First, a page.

Luke Skywalker, My Hero

When I was a kid, my hero was Luke Skywalker.

I realise that’s not the most fashionable thing to say. For most people it’s Han Solo, the dashing rogue that gets the princess, but, as a child in the ’80s, that never resonated with me. For me, Luke embodied the hero that I dreamed of being.

He was everyone that’s ever longed to find their place in the universe, who was sure they were meant for something greater. He finds out that he’s not just like everyone else, he’s special. He matters and can change everything.

To me that, and a lot of others, that was what I longed for too. To be taken out of the mundanity of life and find that I mattered too. I could live vicariously as Luke discovered the potential that was always in him.

As the films progress, Luke faces the darkness in himself, and the revelation that he’s been lied to, just like all children. In the end, the good prevails. Luke breaks from his past and the expectations on him, and becomes his own man, symbolically burning his own father, which allows him to move on. He really was the hope for the future.

That’s where we left him. In my head, he went on to have hundreds of adventures, making his mark on the universe. He was a giant metaphor for everything I hoped that I’d be able to be when I grew up, free and able to carve out his own destiny. The future was whatever I wanted it to be.

But now we have an ending. The Last Jedi shows where Luke went, and what happened next. He withdrew from life, never quite living up to his potential. He faced setbacks, and wasn’t able to overcome them. It’s not unfair to say that wasn’t popular with everyone.

For me, it showed the disillusionment with life and the idea of lost dreams that so many people feel. When we left Luke at the end if Return of the Jedi, he had the universe at his feet. He could be anything, do anything. Sadly, life doesn’t always work like that.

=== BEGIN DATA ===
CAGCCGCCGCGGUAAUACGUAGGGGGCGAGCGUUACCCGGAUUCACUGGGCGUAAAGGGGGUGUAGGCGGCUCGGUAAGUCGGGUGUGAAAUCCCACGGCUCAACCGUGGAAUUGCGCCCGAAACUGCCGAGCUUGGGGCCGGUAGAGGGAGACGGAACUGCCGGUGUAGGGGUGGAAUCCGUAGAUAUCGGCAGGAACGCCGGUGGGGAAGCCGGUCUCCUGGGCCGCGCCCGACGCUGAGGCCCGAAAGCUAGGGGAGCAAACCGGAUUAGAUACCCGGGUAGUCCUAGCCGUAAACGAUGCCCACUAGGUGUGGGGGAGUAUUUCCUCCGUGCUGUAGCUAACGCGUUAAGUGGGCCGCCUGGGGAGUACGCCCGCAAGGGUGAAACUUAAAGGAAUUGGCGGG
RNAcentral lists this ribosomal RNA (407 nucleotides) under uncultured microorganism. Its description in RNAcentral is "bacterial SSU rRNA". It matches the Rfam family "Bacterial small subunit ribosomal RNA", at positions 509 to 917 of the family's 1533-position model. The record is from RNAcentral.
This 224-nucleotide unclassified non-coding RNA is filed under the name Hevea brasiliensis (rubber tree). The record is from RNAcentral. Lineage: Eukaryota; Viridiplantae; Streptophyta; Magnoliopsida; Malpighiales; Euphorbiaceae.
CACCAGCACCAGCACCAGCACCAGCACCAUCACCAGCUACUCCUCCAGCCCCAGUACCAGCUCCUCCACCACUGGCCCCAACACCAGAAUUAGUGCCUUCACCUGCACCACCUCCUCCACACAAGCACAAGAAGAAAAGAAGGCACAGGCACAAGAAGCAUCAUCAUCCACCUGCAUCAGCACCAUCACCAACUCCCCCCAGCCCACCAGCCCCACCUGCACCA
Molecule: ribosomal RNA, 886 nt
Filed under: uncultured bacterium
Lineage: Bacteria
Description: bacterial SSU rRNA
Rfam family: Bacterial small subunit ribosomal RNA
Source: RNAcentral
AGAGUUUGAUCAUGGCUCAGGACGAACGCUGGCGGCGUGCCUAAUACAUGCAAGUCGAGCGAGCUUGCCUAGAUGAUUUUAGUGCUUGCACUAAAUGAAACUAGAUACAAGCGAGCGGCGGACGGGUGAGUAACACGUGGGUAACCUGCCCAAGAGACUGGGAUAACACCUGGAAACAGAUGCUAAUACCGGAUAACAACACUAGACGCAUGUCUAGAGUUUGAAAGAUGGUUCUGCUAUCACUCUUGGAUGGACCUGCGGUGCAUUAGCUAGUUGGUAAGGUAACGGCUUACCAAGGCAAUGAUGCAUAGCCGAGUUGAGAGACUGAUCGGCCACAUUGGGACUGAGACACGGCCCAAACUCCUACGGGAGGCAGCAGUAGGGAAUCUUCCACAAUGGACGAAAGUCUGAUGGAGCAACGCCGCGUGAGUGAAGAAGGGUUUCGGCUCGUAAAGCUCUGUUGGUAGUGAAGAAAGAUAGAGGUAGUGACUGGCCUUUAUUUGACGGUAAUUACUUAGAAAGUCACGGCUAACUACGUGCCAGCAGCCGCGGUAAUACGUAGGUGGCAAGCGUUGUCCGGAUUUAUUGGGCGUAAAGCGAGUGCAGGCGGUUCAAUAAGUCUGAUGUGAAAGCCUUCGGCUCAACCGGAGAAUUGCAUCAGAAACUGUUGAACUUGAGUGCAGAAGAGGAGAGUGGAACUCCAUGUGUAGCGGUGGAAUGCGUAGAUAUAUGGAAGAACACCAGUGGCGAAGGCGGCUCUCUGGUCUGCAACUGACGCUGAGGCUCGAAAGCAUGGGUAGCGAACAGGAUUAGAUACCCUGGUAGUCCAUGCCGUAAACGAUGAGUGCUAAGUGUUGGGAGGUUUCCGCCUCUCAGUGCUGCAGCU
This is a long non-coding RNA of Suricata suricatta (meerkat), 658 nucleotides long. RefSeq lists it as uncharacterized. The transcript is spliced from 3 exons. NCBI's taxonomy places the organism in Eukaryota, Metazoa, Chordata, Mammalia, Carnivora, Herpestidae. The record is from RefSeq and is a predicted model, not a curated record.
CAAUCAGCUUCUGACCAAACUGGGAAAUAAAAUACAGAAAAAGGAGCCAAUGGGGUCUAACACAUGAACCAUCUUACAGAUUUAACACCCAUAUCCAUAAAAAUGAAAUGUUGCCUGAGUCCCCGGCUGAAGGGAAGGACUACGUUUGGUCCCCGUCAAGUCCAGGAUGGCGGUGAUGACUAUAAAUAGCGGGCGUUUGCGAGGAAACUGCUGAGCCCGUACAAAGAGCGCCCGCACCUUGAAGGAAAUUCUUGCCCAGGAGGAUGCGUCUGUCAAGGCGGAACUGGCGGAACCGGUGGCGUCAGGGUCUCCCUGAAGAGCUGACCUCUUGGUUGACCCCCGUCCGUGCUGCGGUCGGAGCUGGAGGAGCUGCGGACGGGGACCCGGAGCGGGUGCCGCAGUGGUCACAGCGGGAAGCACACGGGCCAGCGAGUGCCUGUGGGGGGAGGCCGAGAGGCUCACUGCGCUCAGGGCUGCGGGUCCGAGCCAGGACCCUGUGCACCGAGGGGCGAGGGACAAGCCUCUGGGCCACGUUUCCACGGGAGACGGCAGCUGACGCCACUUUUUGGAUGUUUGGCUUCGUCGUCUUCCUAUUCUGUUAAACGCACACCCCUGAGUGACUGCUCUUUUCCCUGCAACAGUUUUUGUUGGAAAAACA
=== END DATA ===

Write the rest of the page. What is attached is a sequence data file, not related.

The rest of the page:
It’s tempting to see Luke’s retreat as a downbeat commentary on adulthood, on the failure and despair at the sense of wasted potential tghat so many feel, but to me the real story is in his redemption. He slowly realises that he still matters, that all of his potential is still there.

Luke’s story shows us that it’s never too late. No matter how much we may feel we’ve failed, or not achieved everything we wanted, it’s never too late to make that one final stand and show the universe what you’re capable of.

As Luke stands in front of the twin suns one last time, he comes full circle, back to when we first met him all those years ago on Tatooine. He’s become a man that the boy who longed for adventure would be proud of. As he leaves the stage, it’s with the knowledge that, in the end, he mattered.

And with that, Luke Skywalker is still my hero.


Mars City Limits

Several years ago, not long after Longship was completed, I started talking to my collaborator and partner in crime Rebecca Teall about what we could do next. I had a few ideas, bounced a few off her, and we settled on something that was called, at the time, Desolate Landscapes.

It’s an idea that I’d had for a very long time, set on Mars in a city of robots, fashioned by humanity, who have become self determining and independent. Instead of looking at the top end of this society, however, the story focuses on one robot at the bottom of the ladder, his obsolence built in and almost impossible to overcome.

Becs liked it, and set about giving it a unique look that surpassed anything I could have hoped for. It was looking good, but then life happened, in a way I’ll probably write about some other time. Unfortunately that led to it being put on hold, for much longer than I think either of us expected. It still isn’t complete, but, thankfully, we’re getting back on track now.

So here’s the first chapter of what is now called Mars City Limits, to be found here, and Becs’ own commentary here. We hope you like it, and promise to finish it sometime in the near future.

(At this point, there isn’t a publisher attached. We’re hopeful that we’ll be able to change that and get it into print once it’s finished.)

Down in a hole